Posted by: Loren Coleman on June 22nd, 2009
If you saw this beast in a rainforest would you have departed carefully after taking photos, and described your encounter with a “dinosaur”?
How about in Lake Tele in central Africa?
For hundreds of years, stories and sightings of supposedly surviving dinosaurs have come out of the jungles of central Africa. The first printed reference, in a 1776 book, relates Abbe Proyhart’s discovery of giant animal footprints in west central Africa, tracks that he claimed were three feet across.
In 1913, a German expedition in the Congo met a band of pygmies who described an animal they called mokele-mbembe, which means “one who stops the flow of rivers.” They said this beast was about the size of an elephant or hippopotamus, with a long, flexible neck and a long tail. This description would be repeated by numerous witnesses. Many would feel that the description was consistent with a sauropod or other small dinosaur.
As I and Patrick Huyghe noted in The Field Guide to Lake Monsters, Sea Serpents, and Other Mystery Denizens of the Deep, the existence of dinosaurs in central Africa is unlikely, but not a total scientific impossibility. According to cryptozoologist Karl Shuker, “If dinosaurs could exist unknown to science anywhere in the world, the Likouala is where they would be.”
But what if Mokele-mbembe aren’t dinosaurs?
I want to propose from another group of supposedly extinct animals a candidate that many of us grew up with, as collectors of little dinosaur figurines and related “prehistoric” toys, what we all knew in our youth as Indriotherium.
Do you remember those huge hornless rhinos mixed in with your dino collection?
Indricotherium, Baluchitherium, or Paraceratherium are names applied to the giant relatives of the rhino.
Discovery Channel has used all 3 names for programs. Walking with Prehistoric Beasts features Indricotherium as a solitary giant living in a relatively arid environment. While the PaleoWorld does a Paraceratherium program, which seems to be the name with priority. Recently, a program on a French expedition excavation in Pakistan uses Baluchitherium. There the environment was reconstructed as a lush jungle. The excavation is of what appears to be a herd that drowned crossing a river seems to indicate a social herd animal….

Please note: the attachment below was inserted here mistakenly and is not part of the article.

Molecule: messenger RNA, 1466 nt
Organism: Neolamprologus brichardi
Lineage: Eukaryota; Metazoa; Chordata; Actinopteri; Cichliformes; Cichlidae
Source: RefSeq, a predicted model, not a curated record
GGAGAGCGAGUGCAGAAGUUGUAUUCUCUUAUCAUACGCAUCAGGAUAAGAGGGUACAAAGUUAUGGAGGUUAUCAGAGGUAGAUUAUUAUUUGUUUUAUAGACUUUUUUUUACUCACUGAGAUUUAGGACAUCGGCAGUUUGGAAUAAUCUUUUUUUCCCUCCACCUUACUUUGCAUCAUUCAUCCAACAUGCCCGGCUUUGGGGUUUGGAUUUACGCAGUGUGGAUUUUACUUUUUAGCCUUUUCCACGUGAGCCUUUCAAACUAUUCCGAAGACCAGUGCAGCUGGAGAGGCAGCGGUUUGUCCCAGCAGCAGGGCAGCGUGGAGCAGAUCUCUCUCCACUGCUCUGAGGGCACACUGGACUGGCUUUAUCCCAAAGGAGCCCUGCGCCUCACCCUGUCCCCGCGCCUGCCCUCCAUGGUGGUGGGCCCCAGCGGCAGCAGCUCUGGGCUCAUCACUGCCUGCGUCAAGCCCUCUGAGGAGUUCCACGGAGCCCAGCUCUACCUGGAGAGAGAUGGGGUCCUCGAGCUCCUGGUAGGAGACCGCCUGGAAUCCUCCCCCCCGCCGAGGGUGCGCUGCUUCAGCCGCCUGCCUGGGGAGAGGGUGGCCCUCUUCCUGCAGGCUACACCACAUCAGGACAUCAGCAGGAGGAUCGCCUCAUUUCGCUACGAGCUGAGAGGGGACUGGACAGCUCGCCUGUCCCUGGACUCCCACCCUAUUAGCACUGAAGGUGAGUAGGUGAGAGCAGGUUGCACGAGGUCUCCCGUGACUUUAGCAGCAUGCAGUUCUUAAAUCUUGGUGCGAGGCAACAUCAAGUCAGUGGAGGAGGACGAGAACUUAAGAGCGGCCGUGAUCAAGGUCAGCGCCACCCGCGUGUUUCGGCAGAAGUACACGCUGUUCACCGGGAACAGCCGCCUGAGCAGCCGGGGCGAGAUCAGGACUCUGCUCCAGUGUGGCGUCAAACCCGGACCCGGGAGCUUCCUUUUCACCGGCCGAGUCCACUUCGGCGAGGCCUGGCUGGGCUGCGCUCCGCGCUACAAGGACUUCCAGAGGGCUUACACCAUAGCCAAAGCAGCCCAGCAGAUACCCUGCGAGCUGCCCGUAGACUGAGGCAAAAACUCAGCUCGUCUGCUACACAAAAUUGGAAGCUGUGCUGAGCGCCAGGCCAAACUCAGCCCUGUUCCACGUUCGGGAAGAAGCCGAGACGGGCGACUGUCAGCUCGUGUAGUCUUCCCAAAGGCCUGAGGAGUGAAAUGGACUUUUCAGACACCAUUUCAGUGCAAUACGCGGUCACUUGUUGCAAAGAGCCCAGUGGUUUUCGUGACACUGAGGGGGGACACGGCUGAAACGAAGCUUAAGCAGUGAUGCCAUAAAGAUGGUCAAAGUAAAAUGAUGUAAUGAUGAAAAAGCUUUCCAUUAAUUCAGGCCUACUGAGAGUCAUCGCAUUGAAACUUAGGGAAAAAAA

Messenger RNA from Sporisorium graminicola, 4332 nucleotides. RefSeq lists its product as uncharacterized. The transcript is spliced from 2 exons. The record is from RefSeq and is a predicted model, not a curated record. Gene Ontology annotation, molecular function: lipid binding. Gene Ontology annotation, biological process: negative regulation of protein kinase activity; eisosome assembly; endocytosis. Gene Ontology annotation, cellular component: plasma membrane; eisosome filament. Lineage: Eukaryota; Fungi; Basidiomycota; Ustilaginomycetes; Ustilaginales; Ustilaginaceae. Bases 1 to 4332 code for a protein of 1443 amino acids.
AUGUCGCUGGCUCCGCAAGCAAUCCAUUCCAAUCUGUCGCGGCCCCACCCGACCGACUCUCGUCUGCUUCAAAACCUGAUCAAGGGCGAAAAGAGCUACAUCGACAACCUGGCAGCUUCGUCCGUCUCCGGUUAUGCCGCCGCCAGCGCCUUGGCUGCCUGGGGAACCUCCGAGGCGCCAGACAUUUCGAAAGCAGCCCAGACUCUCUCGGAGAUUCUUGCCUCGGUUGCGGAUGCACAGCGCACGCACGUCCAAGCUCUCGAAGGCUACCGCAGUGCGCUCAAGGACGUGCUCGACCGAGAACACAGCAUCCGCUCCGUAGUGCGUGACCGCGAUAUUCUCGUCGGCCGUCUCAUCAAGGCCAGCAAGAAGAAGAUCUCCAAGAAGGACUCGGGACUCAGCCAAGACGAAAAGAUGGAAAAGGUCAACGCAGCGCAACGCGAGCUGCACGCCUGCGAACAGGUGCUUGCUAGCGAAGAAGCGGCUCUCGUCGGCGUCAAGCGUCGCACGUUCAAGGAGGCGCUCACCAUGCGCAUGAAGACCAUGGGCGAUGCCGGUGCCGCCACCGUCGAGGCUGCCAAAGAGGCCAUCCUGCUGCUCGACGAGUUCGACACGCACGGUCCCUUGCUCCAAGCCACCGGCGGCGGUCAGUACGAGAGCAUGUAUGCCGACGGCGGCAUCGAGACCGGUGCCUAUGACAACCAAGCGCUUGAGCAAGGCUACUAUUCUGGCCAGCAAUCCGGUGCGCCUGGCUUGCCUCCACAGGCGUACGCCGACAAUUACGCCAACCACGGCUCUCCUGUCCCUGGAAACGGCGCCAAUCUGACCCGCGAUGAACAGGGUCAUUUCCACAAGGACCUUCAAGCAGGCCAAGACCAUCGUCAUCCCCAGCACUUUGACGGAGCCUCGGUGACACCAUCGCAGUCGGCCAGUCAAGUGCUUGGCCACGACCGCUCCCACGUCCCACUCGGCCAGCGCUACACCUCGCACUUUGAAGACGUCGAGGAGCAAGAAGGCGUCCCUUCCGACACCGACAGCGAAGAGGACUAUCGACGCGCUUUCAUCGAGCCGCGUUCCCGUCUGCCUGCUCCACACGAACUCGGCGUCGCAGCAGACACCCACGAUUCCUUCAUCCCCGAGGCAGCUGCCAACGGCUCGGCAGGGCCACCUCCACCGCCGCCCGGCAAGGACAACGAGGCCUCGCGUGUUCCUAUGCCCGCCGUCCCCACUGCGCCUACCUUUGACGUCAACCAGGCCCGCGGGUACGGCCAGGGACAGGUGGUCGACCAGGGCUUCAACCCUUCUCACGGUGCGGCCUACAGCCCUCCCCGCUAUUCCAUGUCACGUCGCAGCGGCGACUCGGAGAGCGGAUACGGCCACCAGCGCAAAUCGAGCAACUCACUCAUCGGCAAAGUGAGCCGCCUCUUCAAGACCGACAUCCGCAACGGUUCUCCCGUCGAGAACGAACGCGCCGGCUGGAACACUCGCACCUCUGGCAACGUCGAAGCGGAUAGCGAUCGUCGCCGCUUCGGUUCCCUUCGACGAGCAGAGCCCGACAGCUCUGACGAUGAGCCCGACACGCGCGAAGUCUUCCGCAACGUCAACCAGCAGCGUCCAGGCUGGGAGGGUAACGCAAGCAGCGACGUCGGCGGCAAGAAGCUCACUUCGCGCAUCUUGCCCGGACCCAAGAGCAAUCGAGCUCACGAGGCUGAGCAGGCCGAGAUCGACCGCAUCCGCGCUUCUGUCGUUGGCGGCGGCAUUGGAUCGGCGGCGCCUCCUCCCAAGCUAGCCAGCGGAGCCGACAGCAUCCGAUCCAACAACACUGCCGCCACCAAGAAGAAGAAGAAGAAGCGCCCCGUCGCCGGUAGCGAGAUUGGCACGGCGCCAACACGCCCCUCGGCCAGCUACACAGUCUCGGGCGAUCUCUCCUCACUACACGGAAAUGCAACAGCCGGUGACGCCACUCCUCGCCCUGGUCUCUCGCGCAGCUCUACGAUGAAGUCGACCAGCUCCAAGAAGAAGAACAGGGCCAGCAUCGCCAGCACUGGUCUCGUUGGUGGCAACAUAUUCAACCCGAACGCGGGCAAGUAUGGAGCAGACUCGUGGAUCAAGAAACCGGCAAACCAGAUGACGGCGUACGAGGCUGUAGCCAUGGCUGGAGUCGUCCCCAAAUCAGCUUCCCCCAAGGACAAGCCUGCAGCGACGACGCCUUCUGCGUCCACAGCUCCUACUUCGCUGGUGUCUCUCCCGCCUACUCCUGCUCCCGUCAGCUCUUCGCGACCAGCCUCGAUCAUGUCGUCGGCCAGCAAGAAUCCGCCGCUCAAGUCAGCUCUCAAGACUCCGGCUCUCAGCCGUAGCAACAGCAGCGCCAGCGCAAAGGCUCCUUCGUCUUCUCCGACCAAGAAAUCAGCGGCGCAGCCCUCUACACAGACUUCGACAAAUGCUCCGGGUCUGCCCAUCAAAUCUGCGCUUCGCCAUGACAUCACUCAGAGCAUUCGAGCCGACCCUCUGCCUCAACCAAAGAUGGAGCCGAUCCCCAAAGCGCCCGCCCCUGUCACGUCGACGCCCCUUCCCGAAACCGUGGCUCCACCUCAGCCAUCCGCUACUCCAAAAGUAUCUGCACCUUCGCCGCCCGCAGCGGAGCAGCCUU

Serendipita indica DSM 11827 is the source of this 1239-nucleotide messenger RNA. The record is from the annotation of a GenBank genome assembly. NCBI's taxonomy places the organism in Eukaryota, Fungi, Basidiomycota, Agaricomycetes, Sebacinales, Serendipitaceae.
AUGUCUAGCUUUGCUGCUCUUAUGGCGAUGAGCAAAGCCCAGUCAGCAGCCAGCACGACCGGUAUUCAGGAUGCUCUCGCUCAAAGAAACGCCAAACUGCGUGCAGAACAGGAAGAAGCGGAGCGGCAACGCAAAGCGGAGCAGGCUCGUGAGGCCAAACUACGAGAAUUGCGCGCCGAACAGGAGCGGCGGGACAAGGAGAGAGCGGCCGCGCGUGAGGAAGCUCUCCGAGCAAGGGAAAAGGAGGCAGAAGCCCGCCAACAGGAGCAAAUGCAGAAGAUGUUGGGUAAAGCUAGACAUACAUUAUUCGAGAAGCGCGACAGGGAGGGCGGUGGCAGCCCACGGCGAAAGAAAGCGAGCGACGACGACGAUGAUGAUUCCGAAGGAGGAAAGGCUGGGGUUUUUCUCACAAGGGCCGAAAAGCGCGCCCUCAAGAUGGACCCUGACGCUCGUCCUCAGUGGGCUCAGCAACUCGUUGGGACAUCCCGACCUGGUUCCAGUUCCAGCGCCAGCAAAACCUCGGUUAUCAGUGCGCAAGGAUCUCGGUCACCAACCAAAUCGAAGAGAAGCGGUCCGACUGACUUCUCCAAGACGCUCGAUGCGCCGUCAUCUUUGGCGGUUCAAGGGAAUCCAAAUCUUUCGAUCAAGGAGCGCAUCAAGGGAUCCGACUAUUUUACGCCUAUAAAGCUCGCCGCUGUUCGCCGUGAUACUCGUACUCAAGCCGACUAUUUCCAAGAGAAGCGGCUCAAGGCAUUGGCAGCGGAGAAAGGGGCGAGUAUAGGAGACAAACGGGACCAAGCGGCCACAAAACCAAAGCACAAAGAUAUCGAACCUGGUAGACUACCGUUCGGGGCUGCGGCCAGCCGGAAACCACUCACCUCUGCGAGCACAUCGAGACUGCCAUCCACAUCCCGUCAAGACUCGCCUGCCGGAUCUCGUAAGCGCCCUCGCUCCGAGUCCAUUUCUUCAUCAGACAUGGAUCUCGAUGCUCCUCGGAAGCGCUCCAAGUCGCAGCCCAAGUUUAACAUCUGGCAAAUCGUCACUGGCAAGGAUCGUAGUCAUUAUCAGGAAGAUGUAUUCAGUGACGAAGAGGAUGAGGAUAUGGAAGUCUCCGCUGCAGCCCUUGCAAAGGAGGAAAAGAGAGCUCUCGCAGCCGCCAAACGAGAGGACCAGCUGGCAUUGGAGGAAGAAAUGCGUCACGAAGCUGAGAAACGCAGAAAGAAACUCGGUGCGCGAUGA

Indricotherium was the largest land mammal ever to live. This short-lived group of rhinoceros lived [during the Oligocene] in Central Asia and China. It was 27 ft long, as big as some of the extinct sauropods.
Source: Dinosaur Collector
The newer reconstructions of these rhinos (a group that has survived, please note, in Africa and Asia) show them as having elongated necks, like dinosaurs.
Indeed, I have been sent a beautiful and sizable (8″ tall) model of a new representation of Paraceratherium, created for the “Procon Collecta 2009 Prehistorics” collection, which mostly is of dinosaurs, from “Link and Pin Hobbies.”
Darren Naish in 1997 queried about whether was once there was “an indricothere fossil preserved in a standing position? Described by Osborn, I think, this poor animal seems to have become bogged in deep mud. I wonder if indricotheres could gallop.”
BTW/P.S. The just-released “Procon Collecta 2009 Prehistorics” also has other new “extinct” mammals, as shown here via these following two examples.
BTW, remember “MonsterQuest” broadcasts their new program on Mokele-mbembe this week, starting on June 24th. Below is a photo of one of the guides during the MQ expedition.
Roy Mackal, in the Congo, in search of Mokele-mbembe, during one of the modern classic expeditions covered by the original “In Search Of” television series.
Mokele-mbembe with hippo art, at top, courtesy of Bill Rebsamen. Click on illustration for a larger view.
Loren Coleman is one of the world’s leading cryptozoologists, some say “the” leading living cryptozoologist. Certainly, he is acknowledged as the current living American researcher and writer who has most popularized cryptozoology in the late 20th and early 21st centuries. Starting his fieldwork and investigations in 1960, after traveling and trekking extensively in pursuit of cryptozoological mysteries, Coleman began writing to share his experiences in 1969. An honorary member of Ivan T. Sanderson’s Society for the Investigation of the Unexplained in the 1970s, Coleman has been bestowed with similar honorary memberships of the North Idaho College Cryptozoology Club in 1983, and in subsequent years, that of the British Columbia Scientific Cryptozoology Club, CryptoSafari International, and other international organizations. He was also a Life Member and Benefactor of the International Society of Cryptozoology (now-defunct). Loren Coleman’s daily blog, as a member of the Cryptomundo Team, served as an ongoing avenue of communication for the ever-growing body of cryptozoo news from 2005 through 2013. He returned as an infrequent contributor beginning Halloween week of 2015. Coleman is the founder in 2003, and current director of the International Cryptozoology Museum in Portland, Maine.